Everything is fair in politics!
TAKING into account of senior politicians like Y Erabot and N Biren, to relatively newcomers in the political scenario such as Kh Joykisan, Nemcha Kipgen and Vungzagin Valte shifting loyalties from their parent parties for one reason or another, politicians seem to be trying to drive home the point as well as justify that there is no reason to feel embarrassed for abandoning the organisation, which he/she had been projecting as the best, if change in tactics would be beneficial, personally or to people of the constituencies that they represent. There had been rapid changes in the political equation ever since the 11th Manipur Legislative Assembly election came knocking at the doors with veteran Congressman Erabot setting the tone with his sudden announcement to quit the Indian National Congress as well as surrender his seat in the state assembly. Even though Nemcha and Vungzagin are the latest to depart from the ruling Congress they are unlikely to be the last if one takes note of the fact that allotment of tickets for the ensuing elections will not be able to satisfy every intending candidates. Significantly, with the exception of Erabot, the four former/incumbent legislators have had stints in different political parties before joining BJP or Congress. The trend of changing political colours when elections are round the corner is not confined to Manipur alone for there had been similar reports from poll-bound states like Uttar Pradesh and Punjab. For many politicians, the five-yearly democratic exercise has apparently been viewed as an opportunity to introspect on their future political prospect.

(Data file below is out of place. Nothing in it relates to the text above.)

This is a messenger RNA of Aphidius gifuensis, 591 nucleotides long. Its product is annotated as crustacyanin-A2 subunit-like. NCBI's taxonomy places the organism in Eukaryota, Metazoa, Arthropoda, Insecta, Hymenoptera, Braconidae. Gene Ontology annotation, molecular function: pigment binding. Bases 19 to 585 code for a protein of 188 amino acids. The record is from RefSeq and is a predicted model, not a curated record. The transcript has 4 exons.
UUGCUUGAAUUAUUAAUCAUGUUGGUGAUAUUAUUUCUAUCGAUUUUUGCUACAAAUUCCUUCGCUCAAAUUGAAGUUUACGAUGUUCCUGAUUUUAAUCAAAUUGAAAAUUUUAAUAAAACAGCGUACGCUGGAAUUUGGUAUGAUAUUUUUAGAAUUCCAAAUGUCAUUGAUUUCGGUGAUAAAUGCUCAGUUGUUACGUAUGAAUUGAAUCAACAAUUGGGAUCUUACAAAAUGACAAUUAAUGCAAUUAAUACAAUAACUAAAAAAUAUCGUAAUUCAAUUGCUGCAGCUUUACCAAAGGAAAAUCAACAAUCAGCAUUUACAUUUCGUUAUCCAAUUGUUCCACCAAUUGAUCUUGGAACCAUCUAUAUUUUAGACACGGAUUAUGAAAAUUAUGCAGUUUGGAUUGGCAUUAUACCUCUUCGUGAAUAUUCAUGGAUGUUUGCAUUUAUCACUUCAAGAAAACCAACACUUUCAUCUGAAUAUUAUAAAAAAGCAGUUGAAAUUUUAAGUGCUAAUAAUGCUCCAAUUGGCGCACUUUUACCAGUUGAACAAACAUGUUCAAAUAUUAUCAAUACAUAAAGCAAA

Unlike the case of UP and Punjab, where politicians’ decision to tread on the new path seem to be driven by religious or community factor, choice for the established politicians in Manipur is apparently limited to either embrace the principle and ideology of the Congress, and hope that they are also associated in the formation of the next government, or flock to the BJP with the expectation that shrewdness of leaders of the party, which is holding the reins of power at the centre, will be successful in denying the Congress from wresting power for the fourth successive term. There may be different perceptions and definitions for loyalty, but it remains an undeniable fact that loyalty is technically defined as respect, honesty, love and patience. Ironically, these qualities are seldom the hallmark of politicians, both at the national and state level, if one recalls that many former legislators, incumbent office bearers of different political parties and active political workers too are joining the race for exploring new opportunities. It would lack justification to blame the politicians alone for not remaining loyal forever to the organisation, that they had joined with certain pledges to serve and promote, when there are no restrictions on individual embracing new faith, which entails loyalty of the highest degree. In short, politicians seem to be hell bent on explaining that everything is fair in politics as well as specify that there no definition called loyalty.